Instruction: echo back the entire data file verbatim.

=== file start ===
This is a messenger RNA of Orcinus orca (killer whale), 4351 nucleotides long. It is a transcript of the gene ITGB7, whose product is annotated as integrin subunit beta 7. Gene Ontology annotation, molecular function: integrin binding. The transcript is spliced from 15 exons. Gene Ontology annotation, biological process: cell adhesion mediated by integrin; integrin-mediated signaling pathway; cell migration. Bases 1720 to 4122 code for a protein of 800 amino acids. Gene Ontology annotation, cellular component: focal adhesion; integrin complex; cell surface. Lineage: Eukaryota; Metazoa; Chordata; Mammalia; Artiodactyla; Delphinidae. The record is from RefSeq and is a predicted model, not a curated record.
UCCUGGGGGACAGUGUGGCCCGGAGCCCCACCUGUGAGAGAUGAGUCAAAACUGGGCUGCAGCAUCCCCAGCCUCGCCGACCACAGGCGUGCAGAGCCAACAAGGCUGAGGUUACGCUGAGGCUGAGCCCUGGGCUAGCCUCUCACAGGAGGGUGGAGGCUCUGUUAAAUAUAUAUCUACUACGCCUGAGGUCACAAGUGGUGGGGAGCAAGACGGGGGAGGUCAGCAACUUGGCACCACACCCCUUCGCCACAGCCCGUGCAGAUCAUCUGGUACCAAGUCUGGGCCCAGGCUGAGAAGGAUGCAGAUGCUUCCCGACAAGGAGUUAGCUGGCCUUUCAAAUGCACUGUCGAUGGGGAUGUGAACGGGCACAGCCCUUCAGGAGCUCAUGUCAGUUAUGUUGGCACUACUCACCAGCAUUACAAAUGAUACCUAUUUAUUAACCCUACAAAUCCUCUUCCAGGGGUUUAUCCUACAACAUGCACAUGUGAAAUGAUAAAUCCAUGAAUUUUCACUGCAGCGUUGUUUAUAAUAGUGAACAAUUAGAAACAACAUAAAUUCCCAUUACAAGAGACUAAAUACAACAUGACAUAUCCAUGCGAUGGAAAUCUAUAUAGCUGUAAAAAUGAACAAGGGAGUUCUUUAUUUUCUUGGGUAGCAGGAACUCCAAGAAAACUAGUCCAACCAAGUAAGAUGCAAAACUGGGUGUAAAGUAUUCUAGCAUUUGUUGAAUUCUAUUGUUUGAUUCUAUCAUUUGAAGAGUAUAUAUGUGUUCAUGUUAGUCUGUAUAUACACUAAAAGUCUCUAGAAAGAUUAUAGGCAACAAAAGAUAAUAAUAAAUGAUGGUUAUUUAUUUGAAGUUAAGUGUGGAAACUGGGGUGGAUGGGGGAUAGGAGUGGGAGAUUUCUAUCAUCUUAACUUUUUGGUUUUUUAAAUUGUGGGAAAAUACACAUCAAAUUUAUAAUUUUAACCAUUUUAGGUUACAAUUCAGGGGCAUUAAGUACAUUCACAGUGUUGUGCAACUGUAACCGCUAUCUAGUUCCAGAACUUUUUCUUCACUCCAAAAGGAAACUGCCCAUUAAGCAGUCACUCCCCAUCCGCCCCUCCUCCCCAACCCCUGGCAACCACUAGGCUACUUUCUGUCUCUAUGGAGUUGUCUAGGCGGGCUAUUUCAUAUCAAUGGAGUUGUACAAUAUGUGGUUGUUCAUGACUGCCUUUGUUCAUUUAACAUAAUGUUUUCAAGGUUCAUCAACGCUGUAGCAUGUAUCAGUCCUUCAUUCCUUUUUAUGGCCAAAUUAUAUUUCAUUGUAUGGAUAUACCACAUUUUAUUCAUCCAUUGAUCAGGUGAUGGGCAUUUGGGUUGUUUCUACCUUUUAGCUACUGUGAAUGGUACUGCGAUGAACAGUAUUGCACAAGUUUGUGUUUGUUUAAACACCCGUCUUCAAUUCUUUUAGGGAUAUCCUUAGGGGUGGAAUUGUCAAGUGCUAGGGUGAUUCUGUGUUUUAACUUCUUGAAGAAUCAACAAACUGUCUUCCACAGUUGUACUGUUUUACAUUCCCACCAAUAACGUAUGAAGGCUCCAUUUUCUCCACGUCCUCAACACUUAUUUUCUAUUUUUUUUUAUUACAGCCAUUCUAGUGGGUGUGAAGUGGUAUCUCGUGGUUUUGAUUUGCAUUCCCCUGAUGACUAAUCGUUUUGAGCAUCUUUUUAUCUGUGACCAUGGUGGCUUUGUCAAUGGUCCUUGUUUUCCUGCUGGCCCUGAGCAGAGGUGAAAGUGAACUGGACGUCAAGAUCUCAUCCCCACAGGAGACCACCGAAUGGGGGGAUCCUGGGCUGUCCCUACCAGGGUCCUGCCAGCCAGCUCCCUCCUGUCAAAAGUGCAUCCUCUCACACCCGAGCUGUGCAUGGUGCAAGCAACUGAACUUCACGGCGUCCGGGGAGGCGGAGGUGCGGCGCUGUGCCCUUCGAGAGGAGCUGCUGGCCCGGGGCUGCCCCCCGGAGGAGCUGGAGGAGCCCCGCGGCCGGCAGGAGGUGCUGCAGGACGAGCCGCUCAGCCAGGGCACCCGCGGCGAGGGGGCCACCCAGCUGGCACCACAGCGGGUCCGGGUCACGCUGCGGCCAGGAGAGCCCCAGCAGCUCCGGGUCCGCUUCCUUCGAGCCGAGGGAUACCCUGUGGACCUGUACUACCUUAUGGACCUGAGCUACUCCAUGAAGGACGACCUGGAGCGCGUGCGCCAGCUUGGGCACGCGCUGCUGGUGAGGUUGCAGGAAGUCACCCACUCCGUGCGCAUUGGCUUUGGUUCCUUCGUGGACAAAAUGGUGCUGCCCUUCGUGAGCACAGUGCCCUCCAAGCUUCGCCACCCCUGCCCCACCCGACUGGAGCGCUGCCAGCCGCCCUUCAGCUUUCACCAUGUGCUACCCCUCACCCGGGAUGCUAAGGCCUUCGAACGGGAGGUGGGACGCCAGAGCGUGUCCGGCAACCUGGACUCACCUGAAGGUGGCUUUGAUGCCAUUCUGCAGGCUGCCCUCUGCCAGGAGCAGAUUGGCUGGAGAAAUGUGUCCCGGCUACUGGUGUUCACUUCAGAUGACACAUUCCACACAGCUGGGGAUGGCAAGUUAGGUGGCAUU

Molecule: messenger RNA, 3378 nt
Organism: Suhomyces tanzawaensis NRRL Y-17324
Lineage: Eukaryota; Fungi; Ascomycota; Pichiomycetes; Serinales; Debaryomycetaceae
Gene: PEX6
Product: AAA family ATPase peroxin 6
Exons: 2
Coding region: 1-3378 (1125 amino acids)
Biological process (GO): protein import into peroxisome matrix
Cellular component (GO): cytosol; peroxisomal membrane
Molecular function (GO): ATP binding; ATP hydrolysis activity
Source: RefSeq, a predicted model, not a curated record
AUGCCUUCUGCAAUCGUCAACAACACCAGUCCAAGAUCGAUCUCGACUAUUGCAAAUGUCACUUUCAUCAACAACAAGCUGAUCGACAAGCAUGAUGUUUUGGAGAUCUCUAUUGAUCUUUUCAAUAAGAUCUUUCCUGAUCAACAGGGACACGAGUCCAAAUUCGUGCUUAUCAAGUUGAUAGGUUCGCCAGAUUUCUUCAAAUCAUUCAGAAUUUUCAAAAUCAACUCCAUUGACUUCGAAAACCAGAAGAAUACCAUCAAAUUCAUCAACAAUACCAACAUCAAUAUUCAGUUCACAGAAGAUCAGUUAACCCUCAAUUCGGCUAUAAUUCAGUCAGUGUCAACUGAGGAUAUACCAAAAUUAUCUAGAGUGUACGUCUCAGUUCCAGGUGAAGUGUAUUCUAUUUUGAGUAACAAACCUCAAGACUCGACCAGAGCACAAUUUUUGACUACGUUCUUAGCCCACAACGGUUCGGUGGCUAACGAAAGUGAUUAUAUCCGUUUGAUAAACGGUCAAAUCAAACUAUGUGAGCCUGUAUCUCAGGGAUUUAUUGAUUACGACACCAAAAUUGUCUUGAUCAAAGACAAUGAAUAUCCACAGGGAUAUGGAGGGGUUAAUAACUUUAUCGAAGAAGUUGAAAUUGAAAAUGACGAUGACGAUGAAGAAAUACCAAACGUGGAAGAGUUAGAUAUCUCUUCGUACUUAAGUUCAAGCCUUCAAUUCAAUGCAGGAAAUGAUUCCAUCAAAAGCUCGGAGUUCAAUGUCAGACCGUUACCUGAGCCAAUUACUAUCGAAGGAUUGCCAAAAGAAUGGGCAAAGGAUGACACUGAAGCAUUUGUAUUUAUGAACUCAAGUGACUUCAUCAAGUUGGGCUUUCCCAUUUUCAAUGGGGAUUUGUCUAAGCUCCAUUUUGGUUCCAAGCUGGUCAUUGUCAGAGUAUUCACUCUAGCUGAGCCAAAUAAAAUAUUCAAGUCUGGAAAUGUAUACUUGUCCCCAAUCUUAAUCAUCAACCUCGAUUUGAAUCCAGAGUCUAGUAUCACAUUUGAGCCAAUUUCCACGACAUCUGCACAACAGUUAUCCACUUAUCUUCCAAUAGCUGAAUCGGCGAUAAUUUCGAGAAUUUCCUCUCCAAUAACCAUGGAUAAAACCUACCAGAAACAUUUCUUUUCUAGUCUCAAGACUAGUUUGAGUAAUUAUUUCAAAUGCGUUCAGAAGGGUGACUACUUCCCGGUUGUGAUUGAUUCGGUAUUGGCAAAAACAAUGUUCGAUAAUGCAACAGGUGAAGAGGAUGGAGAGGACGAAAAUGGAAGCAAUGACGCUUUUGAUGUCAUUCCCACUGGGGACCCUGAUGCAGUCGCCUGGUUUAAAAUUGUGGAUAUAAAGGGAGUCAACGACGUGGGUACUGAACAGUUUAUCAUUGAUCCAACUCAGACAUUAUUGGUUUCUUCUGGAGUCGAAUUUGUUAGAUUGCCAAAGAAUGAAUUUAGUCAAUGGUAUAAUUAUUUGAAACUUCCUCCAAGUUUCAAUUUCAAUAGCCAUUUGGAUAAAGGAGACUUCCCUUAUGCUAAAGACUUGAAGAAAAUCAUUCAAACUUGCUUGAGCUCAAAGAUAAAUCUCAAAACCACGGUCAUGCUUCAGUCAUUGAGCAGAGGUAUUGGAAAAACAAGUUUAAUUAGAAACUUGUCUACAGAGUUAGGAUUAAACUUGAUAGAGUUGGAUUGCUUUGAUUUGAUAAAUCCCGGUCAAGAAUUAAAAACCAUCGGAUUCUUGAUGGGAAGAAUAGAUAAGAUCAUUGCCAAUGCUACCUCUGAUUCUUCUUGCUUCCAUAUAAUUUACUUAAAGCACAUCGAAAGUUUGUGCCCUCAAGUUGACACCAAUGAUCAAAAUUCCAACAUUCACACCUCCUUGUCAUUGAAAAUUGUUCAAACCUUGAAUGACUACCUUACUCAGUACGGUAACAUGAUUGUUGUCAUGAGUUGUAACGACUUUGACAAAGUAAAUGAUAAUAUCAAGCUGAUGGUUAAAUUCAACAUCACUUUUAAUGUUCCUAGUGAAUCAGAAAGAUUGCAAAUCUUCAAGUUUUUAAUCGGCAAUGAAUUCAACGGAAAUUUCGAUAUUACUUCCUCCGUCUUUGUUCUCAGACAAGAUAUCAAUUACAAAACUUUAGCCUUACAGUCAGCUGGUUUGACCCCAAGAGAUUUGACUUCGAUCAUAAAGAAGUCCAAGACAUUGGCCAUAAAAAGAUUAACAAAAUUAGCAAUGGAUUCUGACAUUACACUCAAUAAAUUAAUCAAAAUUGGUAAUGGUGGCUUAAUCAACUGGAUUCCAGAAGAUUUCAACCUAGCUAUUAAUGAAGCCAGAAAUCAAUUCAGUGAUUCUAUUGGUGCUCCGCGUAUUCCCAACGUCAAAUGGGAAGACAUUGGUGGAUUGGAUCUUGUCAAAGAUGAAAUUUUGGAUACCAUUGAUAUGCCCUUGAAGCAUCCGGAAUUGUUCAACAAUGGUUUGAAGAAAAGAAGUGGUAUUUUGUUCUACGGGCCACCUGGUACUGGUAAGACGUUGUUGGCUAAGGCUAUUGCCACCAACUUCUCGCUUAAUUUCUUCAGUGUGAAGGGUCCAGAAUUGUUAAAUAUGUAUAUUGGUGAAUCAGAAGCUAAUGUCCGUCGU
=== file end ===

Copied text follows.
This is a messenger RNA of Orcinus orca (killer whale), 4351 nucleotides long. It is a transcript of the gene ITGB7, whose product is annotated as integrin subunit beta 7. Gene Ontology annotation, molecular function: integrin binding. The transcript is spliced from 15 exons. Gene Ontology annotation, biological process: cell adhesion mediated by integrin; integrin-mediated signaling pathway; cell migration. Bases 1720 to 4122 code for a protein of 800 amino acids. Gene Ontology annotation, cellular component: focal adhesion; integrin complex; cell surface. Lineage: Eukaryota; Metazoa; Chordata; Mammalia; Artiodactyla; Delphinidae. The record is from RefSeq and is a predicted model, not a curated record.
UCCUGGGGGACAGUGUGGCCCGGAGCCCCACCUGUGAGAGAUGAGUCAAAACUGGGCUGCAGCAUCCCCAGCCUCGCCGACCACAGGCGUGCAGAGCCAACAAGGCUGAGGUUACGCUGAGGCUGAGCCCUGGGCUAGCCUCUCACAGGAGGGUGGAGGCUCUGUUAAAUAUAUAUCUACUACGCCUGAGGUCACAAGUGGUGGGGAGCAAGACGGGGGAGGUCAGCAACUUGGCACCACACCCCUUCGCCACAGCCCGUGCAGAUCAUCUGGUACCAAGUCUGGGCCCAGGCUGAGAAGGAUGCAGAUGCUUCCCGACAAGGAGUUAGCUGGCCUUUCAAAUGCACUGUCGAUGGGGAUGUGAACGGGCACAGCCCUUCAGGAGCUCAUGUCAGUUAUGUUGGCACUACUCACCAGCAUUACAAAUGAUACCUAUUUAUUAACCCUACAAAUCCUCUUCCAGGGGUUUAUCCUACAACAUGCACAUGUGAAAUGAUAAAUCCAUGAAUUUUCACUGCAGCGUUGUUUAUAAUAGUGAACAAUUAGAAACAACAUAAAUUCCCAUUACAAGAGACUAAAUACAACAUGACAUAUCCAUGCGAUGGAAAUCUAUAUAGCUGUAAAAAUGAACAAGGGAGUUCUUUAUUUUCUUGGGUAGCAGGAACUCCAAGAAAACUAGUCCAACCAAGUAAGAUGCAAAACUGGGUGUAAAGUAUUCUAGCAUUUGUUGAAUUCUAUUGUUUGAUUCUAUCAUUUGAAGAGUAUAUAUGUGUUCAUGUUAGUCUGUAUAUACACUAAAAGUCUCUAGAAAGAUUAUAGGCAACAAAAGAUAAUAAUAAAUGAUGGUUAUUUAUUUGAAGUUAAGUGUGGAAACUGGGGUGGAUGGGGGAUAGGAGUGGGAGAUUUCUAUCAUCUUAACUUUUUGGUUUUUUAAAUUGUGGGAAAAUACACAUCAAAUUUAUAAUUUUAACCAUUUUAGGUUACAAUUCAGGGGCAUUAAGUACAUUCACAGUGUUGUGCAACUGUAACCGCUAUCUAGUUCCAGAACUUUUUCUUCACUCCAAAAGGAAACUGCCCAUUAAGCAGUCACUCCCCAUCCGCCCCUCCUCCCCAACCCCUGGCAACCACUAGGCUACUUUCUGUCUCUAUGGAGUUGUCUAGGCGGGCUAUUUCAUAUCAAUGGAGUUGUACAAUAUGUGGUUGUUCAUGACUGCCUUUGUUCAUUUAACAUAAUGUUUUCAAGGUUCAUCAACGCUGUAGCAUGUAUCAGUCCUUCAUUCCUUUUUAUGGCCAAAUUAUAUUUCAUUGUAUGGAUAUACCACAUUUUAUUCAUCCAUUGAUCAGGUGAUGGGCAUUUGGGUUGUUUCUACCUUUUAGCUACUGUGAAUGGUACUGCGAUGAACAGUAUUGCACAAGUUUGUGUUUGUUUAAACACCCGUCUUCAAUUCUUUUAGGGAUAUCCUUAGGGGUGGAAUUGUCAAGUGCUAGGGUGAUUCUGUGUUUUAACUUCUUGAAGAAUCAACAAACUGUCUUCCACAGUUGUACUGUUUUACAUUCCCACCAAUAACGUAUGAAGGCUCCAUUUUCUCCACGUCCUCAACACUUAUUUUCUAUUUUUUUUUAUUACAGCCAUUCUAGUGGGUGUGAAGUGGUAUCUCGUGGUUUUGAUUUGCAUUCCCCUGAUGACUAAUCGUUUUGAGCAUCUUUUUAUCUGUGACCAUGGUGGCUUUGUCAAUGGUCCUUGUUUUCCUGCUGGCCCUGAGCAGAGGUGAAAGUGAACUGGACGUCAAGAUCUCAUCCCCACAGGAGACCACCGAAUGGGGGGAUCCUGGGCUGUCCCUACCAGGGUCCUGCCAGCCAGCUCCCUCCUGUCAAAAGUGCAUCCUCUCACACCCGAGCUGUGCAUGGUGCAAGCAACUGAACUUCACGGCGUCCGGGGAGGCGGAGGUGCGGCGCUGUGCCCUUCGAGAGGAGCUGCUGGCCCGGGGCUGCCCCCCGGAGGAGCUGGAGGAGCCCCGCGGCCGGCAGGAGGUGCUGCAGGACGAGCCGCUCAGCCAGGGCACCCGCGGCGAGGGGGCCACCCAGCUGGCACCACAGCGGGUCCGGGUCACGCUGCGGCCAGGAGAGCCCCAGCAGCUCCGGGUCCGCUUCCUUCGAGCCGAGGGAUACCCUGUGGACCUGUACUACCUUAUGGACCUGAGCUACUCCAUGAAGGACGACCUGGAGCGCGUGCGCCAGCUUGGGCACGCGCUGCUGGUGAGGUUGCAGGAAGUCACCCACUCCGUGCGCAUUGGCUUUGGUUCCUUCGUGGACAAAAUGGUGCUGCCCUUCGUGAGCACAGUGCCCUCCAAGCUUCGCCACCCCUGCCCCACCCGACUGGAGCGCUGCCAGCCGCCCUUCAGCUUUCACCAUGUGCUACCCCUCACCCGGGAUGCUAAGGCCUUCGAACGGGAGGUGGGACGCCAGAGCGUGUCCGGCAACCUGGACUCACCUGAAGGUGGCUUUGAUGCCAUUCUGCAGGCUGCCCUCUGCCAGGAGCAGAUUGGCUGGAGAAAUGUGUCCCGGCUACUGGUGUUCACUUCAGAUGACACAUUCCACACAGCUGGGGAUGGCAAGUUAGGUGGCAUU

Molecule: messenger RNA, 3378 nt
Organism: Suhomyces tanzawaensis NRRL Y-17324
Lineage: Eukaryota; Fungi; Ascomycota; Pichiomycetes; Serinales; Debaryomycetaceae
Gene: PEX6
Product: AAA family ATPase peroxin 6
Exons: 2
Coding region: 1-3378 (1125 amino acids)
Biological process (GO): protein import into peroxisome matrix
Cellular component (GO): cytosol; peroxisomal membrane
Molecular function (GO): ATP binding; ATP hydrolysis activity
Source: RefSeq, a predicted model, not a curated record
AUGCCUUCUGCAAUCGUCAACAACACCAGUCCAAGAUCGAUCUCGACUAUUGCAAAUGUCACUUUCAUCAACAACAAGCUGAUCGACAAGCAUGAUGUUUUGGAGAUCUCUAUUGAUCUUUUCAAUAAGAUCUUUCCUGAUCAACAGGGACACGAGUCCAAAUUCGUGCUUAUCAAGUUGAUAGGUUCGCCAGAUUUCUUCAAAUCAUUCAGAAUUUUCAAAAUCAACUCCAUUGACUUCGAAAACCAGAAGAAUACCAUCAAAUUCAUCAACAAUACCAACAUCAAUAUUCAGUUCACAGAAGAUCAGUUAACCCUCAAUUCGGCUAUAAUUCAGUCAGUGUCAACUGAGGAUAUACCAAAAUUAUCUAGAGUGUACGUCUCAGUUCCAGGUGAAGUGUAUUCUAUUUUGAGUAACAAACCUCAAGACUCGACCAGAGCACAAUUUUUGACUACGUUCUUAGCCCACAACGGUUCGGUGGCUAACGAAAGUGAUUAUAUCCGUUUGAUAAACGGUCAAAUCAAACUAUGUGAGCCUGUAUCUCAGGGAUUUAUUGAUUACGACACCAAAAUUGUCUUGAUCAAAGACAAUGAAUAUCCACAGGGAUAUGGAGGGGUUAAUAACUUUAUCGAAGAAGUUGAAAUUGAAAAUGACGAUGACGAUGAAGAAAUACCAAACGUGGAAGAGUUAGAUAUCUCUUCGUACUUAAGUUCAAGCCUUCAAUUCAAUGCAGGAAAUGAUUCCAUCAAAAGCUCGGAGUUCAAUGUCAGACCGUUACCUGAGCCAAUUACUAUCGAAGGAUUGCCAAAAGAAUGGGCAAAGGAUGACACUGAAGCAUUUGUAUUUAUGAACUCAAGUGACUUCAUCAAGUUGGGCUUUCCCAUUUUCAAUGGGGAUUUGUCUAAGCUCCAUUUUGGUUCCAAGCUGGUCAUUGUCAGAGUAUUCACUCUAGCUGAGCCAAAUAAAAUAUUCAAGUCUGGAAAUGUAUACUUGUCCCCAAUCUUAAUCAUCAACCUCGAUUUGAAUCCAGAGUCUAGUAUCACAUUUGAGCCAAUUUCCACGACAUCUGCACAACAGUUAUCCACUUAUCUUCCAAUAGCUGAAUCGGCGAUAAUUUCGAGAAUUUCCUCUCCAAUAACCAUGGAUAAAACCUACCAGAAACAUUUCUUUUCUAGUCUCAAGACUAGUUUGAGUAAUUAUUUCAAAUGCGUUCAGAAGGGUGACUACUUCCCGGUUGUGAUUGAUUCGGUAUUGGCAAAAACAAUGUUCGAUAAUGCAACAGGUGAAGAGGAUGGAGAGGACGAAAAUGGAAGCAAUGACGCUUUUGAUGUCAUUCCCACUGGGGACCCUGAUGCAGUCGCCUGGUUUAAAAUUGUGGAUAUAAAGGGAGUCAACGACGUGGGUACUGAACAGUUUAUCAUUGAUCCAACUCAGACAUUAUUGGUUUCUUCUGGAGUCGAAUUUGUUAGAUUGCCAAAGAAUGAAUUUAGUCAAUGGUAUAAUUAUUUGAAACUUCCUCCAAGUUUCAAUUUCAAUAGCCAUUUGGAUAAAGGAGACUUCCCUUAUGCUAAAGACUUGAAGAAAAUCAUUCAAACUUGCUUGAGCUCAAAGAUAAAUCUCAAAACCACGGUCAUGCUUCAGUCAUUGAGCAGAGGUAUUGGAAAAACAAGUUUAAUUAGAAACUUGUCUACAGAGUUAGGAUUAAACUUGAUAGAGUUGGAUUGCUUUGAUUUGAUAAAUCCCGGUCAAGAAUUAAAAACCAUCGGAUUCUUGAUGGGAAGAAUAGAUAAGAUCAUUGCCAAUGCUACCUCUGAUUCUUCUUGCUUCCAUAUAAUUUACUUAAAGCACAUCGAAAGUUUGUGCCCUCAAGUUGACACCAAUGAUCAAAAUUCCAACAUUCACACCUCCUUGUCAUUGAAAAUUGUUCAAACCUUGAAUGACUACCUUACUCAGUACGGUAACAUGAUUGUUGUCAUGAGUUGUAACGACUUUGACAAAGUAAAUGAUAAUAUCAAGCUGAUGGUUAAAUUCAACAUCACUUUUAAUGUUCCUAGUGAAUCAGAAAGAUUGCAAAUCUUCAAGUUUUUAAUCGGCAAUGAAUUCAACGGAAAUUUCGAUAUUACUUCCUCCGUCUUUGUUCUCAGACAAGAUAUCAAUUACAAAACUUUAGCCUUACAGUCAGCUGGUUUGACCCCAAGAGAUUUGACUUCGAUCAUAAAGAAGUCCAAGACAUUGGCCAUAAAAAGAUUAACAAAAUUAGCAAUGGAUUCUGACAUUACACUCAAUAAAUUAAUCAAAAUUGGUAAUGGUGGCUUAAUCAACUGGAUUCCAGAAGAUUUCAACCUAGCUAUUAAUGAAGCCAGAAAUCAAUUCAGUGAUUCUAUUGGUGCUCCGCGUAUUCCCAACGUCAAAUGGGAAGACAUUGGUGGAUUGGAUCUUGUCAAAGAUGAAAUUUUGGAUACCAUUGAUAUGCCCUUGAAGCAUCCGGAAUUGUUCAACAAUGGUUUGAAGAAAAGAAGUGGUAUUUUGUUCUACGGGCCACCUGGUACUGGUAAGACGUUGUUGGCUAAGGCUAUUGCCACCAACUUCUCGCUUAAUUUCUUCAGUGUGAAGGGUCCAGAAUUGUUAAAUAUGUAUAUUGGUGAAUCAGAAGCUAAUGUCCGUCGU